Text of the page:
The majority of Polybutylene plastic fittings I've seen give trouble were over stressed. In short, they were crimped, then one or more joints were stressed by someone bending the pipe too far or even the normal amount without enough clamps/hangers.

                      Over time, with expansion-contraction, chlorination breakdown etc. the fitting would "pop" under the stress.

                      Seen other Polybutylene in 20+years without one problem. Makes you wonder-What's a reasonable expectation that a water system should last without maintenance or leaks?

                      Either way, no crimpy the EP.

                      J.C.

                      Comment


                      • #26
                        Re: Shower arm question

                        silly question, but when you say EP fitting, are you talking specifically about the wirsbo expansion fittings, or is that generic for any brand of plastic pex fitting?

                        I ask because when we crimp, we use zurn style crimp fittings, not expansion fittings.
                        No, it's not rocket science, it's plumbing and unlike rocket science it requires a license.

                        Comment


                        • #27
                          Re: Shower arm question

                          EP is a plastic (Engineered Plastic? Can't remember exactly) fitting made by Uponor/Wirsbo. It's an expansion system fitting.

                          I have no sites or paperwork saying so, but rumor was that Zurn had trouble with metallurgy of their fittings causing premature wear and failure.

                          So you may be putting in bad fitting, wrong pipe, with wrong attachment system.

                          J.C.

                          Comment


                          • #28
                            Re: Shower arm question

                            I can't say it would really surprise me. back in North Carolina I don't recall the brand of fittings or rings we used, but it was a solid copper ring, that you had specific sizes of crimpers for. when I moved here to missouri, they all used those stainless steel pinch rings, most of what they use here are plastic fittings, but designed just like the metal fittings designed for crimps, not expansion.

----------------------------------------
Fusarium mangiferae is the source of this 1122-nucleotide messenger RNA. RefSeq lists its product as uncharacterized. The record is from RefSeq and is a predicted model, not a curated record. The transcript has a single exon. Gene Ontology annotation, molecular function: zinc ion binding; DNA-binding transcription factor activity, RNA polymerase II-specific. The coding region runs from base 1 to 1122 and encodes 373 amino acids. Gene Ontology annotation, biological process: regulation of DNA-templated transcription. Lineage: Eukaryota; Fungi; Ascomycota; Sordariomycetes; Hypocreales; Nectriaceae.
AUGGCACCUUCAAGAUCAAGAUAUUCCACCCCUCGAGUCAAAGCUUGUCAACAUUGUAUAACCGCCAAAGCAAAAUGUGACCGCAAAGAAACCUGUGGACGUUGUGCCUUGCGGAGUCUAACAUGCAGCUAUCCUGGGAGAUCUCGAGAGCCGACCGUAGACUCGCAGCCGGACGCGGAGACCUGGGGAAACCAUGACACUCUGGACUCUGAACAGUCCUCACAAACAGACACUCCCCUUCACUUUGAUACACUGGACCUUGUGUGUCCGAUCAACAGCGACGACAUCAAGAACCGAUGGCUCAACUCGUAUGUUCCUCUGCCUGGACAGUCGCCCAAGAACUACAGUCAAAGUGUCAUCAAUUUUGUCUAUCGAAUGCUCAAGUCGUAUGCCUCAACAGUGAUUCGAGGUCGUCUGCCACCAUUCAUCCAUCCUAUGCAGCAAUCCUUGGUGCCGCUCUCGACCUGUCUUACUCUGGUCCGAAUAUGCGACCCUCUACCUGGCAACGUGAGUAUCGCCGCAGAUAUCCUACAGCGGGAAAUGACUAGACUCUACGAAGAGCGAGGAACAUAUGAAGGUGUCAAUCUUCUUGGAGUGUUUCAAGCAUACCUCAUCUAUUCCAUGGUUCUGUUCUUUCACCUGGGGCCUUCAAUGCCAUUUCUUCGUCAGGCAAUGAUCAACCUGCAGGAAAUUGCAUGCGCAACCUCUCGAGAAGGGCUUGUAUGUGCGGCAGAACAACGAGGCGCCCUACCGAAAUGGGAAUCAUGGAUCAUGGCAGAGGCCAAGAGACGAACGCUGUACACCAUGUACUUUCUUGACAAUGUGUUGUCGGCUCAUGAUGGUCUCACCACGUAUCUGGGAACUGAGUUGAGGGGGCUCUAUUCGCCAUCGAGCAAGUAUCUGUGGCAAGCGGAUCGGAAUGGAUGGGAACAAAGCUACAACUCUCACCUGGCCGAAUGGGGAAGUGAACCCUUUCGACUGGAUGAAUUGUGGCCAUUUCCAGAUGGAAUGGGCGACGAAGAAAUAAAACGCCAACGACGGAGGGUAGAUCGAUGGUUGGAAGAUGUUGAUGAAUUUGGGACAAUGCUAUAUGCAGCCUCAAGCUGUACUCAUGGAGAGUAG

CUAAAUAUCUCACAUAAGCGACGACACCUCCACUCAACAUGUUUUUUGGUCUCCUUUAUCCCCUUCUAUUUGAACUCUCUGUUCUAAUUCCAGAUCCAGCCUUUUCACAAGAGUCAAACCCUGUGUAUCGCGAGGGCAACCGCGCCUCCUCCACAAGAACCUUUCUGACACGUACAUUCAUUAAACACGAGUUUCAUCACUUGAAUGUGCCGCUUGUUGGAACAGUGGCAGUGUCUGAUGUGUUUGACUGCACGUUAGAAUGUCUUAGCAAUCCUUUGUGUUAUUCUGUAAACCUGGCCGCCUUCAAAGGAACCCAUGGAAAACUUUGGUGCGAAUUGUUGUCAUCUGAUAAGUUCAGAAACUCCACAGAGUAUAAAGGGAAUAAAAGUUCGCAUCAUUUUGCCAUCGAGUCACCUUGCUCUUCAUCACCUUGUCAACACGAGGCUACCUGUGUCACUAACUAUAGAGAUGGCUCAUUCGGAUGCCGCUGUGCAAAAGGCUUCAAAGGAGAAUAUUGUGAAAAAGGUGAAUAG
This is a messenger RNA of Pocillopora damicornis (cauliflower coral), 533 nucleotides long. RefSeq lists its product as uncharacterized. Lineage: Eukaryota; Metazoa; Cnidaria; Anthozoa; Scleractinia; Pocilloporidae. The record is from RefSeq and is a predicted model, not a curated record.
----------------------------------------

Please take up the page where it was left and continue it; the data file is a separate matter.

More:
in a previous thread, I did hear back from Uponor about not allowing expansion foam to contact their EP fittings. but they had no info about the pipe itself, i'm waiting for a reply still from the foam manufacturer on the pipe.
                            that said, we're voiding the warranties by mixing brands of fittings/rings/pipe, which is stupid in my book, but it's a point i've made to my boss, got over ruled on it, and moved along.
                            I believe the argument is that the've been using them for several years this way now, and have had no problems.

                            again, I don't agree with that, but I like my job, and need my paycheck, so I moved along. On the jobs when I can do things the way I want them done, I do it. on the jobs when price and speed are all that matter. well, you regretfully get what you pay for.
                            No, it's not rocket science, it's plumbing and unlike rocket science it requires a license.

                            Comment


                            • #29
                              Re: Shower arm question

                              I have not seen a Plastic crimp or cinch fitting of any kind. If you can list a company or website sometime. Thanks.

                              J.C.

                              Comment


                              • #30
                                Re: Shower arm question

                                Did you go to the truck?

                                J.C.